Happiness suggestion this week: “Make some plans to look forward to.” I’m making plans to attend a women’s conference in California in a couple of months. One of my daughters is going with me, so I am looking forward to our trip west. It seems I’m always looking forward to a trip somewhere. I do like to see new places and revisit places I haven’t seen in a while. Travel, especially internationally, can be hectic but it’s worth it. Seeing new areas and making new friends—it’s very rewarding. Travel also broadens your perspective. When you see how people live and what they have to face every day, it helps you better understand and empathize with their problems. We don’t have to travel far to do that, of course. Just paying attention to people we come in contact with daily and caring about what happens to them can be done right where we live. Jesus is our prime example. Let’s plan to do something to encourage someone this week. Then we’ll both be happy!
“Master a new skill!” Hello, I haven’t even mastered some of my old skills. But that’s the matchstick suggestion for this week. Maybe I’m making too big a deal about the word “master,” but I don’t think so. When I hear or read “master” in conjunction with someone’s name, it tells me they’re more than average at whatever they’re doing. Yesterday, I renewed my driver’s license. A card will soon arrive in the mail that shows me competent to drive on the nation’s highways and byways until 2027. (If renewing in Texas, you’re required to bring your birth certificate or passport with you. Don’t say I didn’t warn you.) Am I a master driver? I’m pretty good. I’ve passed several drivers’ training courses, and had only a couple of tickets in my lifetime. OK, and a few warnings—but being a master driver makes me think of those trained for emergency driving in police and security work. A good driver, yes, but a master driver I’m not. So instead of taking on any new skills, I’m going to work on improving the ones I’ve got.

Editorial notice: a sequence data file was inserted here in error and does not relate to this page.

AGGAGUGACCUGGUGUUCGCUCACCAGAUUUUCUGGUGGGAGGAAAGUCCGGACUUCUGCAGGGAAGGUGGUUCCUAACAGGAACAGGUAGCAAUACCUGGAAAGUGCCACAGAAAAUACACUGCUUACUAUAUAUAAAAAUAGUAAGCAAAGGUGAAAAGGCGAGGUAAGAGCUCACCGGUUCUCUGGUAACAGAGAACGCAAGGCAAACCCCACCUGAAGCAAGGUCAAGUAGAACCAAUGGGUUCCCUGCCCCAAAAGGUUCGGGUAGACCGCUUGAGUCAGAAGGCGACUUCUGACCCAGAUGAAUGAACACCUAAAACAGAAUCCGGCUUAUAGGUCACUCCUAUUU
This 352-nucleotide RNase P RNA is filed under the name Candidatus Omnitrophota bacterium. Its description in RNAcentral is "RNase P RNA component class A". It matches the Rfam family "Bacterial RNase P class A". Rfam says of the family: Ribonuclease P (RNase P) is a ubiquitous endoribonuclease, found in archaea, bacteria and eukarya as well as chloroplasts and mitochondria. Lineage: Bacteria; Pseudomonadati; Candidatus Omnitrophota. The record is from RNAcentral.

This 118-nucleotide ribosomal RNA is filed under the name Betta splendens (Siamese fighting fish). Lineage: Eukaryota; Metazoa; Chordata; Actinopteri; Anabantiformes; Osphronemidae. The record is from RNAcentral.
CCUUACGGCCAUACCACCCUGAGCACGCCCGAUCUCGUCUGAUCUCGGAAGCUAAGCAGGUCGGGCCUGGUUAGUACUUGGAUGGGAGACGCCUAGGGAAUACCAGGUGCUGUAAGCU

I heard him before I saw him. “You’re in luck today. Here, let me show you my pride and joy!” Surprised, I turned away from the New Books rack and saw an unfamiliar, white-haired little man with a photo in his hand. What! We’re in the public library. I didn’t know him. What’s this all about? His hair was thin on top and kind of longish and he was dressed in a red tee shirt over jeans, both baggy on him. Maybe one day they had fit him but that was obviously long ago. Before I could say or do anything, he turned the photo over. It was a picture of two bottles—Joy detergent and Pride furniture wax. I smiled and said, “That’s funny!” He laughed and went over to a woman standing nearby and repeated his joke. Then he left the library, chuckling as he went. No telling where he was off to next, telling his Pride and Joy joke to whoever would listen. I love living in Texas!
For those of you new to this site, one of my daughters gave me a matchbox full of 50 suggestions to “spark happiness.” This week, it’s “Foster gratitude: Write a list of things you are thankful for.” Though some of the weekly suggestions challenge me, this one should be easy. Of course, what I plan to list are all my blessings. But, the Scriptures say I should be thankful not just for the good that happens in my life but in “all circumstances.” 1 Thessalonians 5:18: “Give thanks in all circumstances; for this is the will of God in Christ Jesus for you.” Oops, now, suddenly what seemed easy is challenging. I’ve had some severe ups and downs in my life (maybe you have too), and it hasn’t always been easy to be thankful. It comes down to faith that God will work the bad for good. He rescues us from situations that many times we get ourselves into. And, even if we aren’t rescued right away, we learn valuable lessons. At least that’s been the case in my life experiences, and I’ve gained more trust in him as a result. Whether or not we are always faithful to God, he is always faithful to us.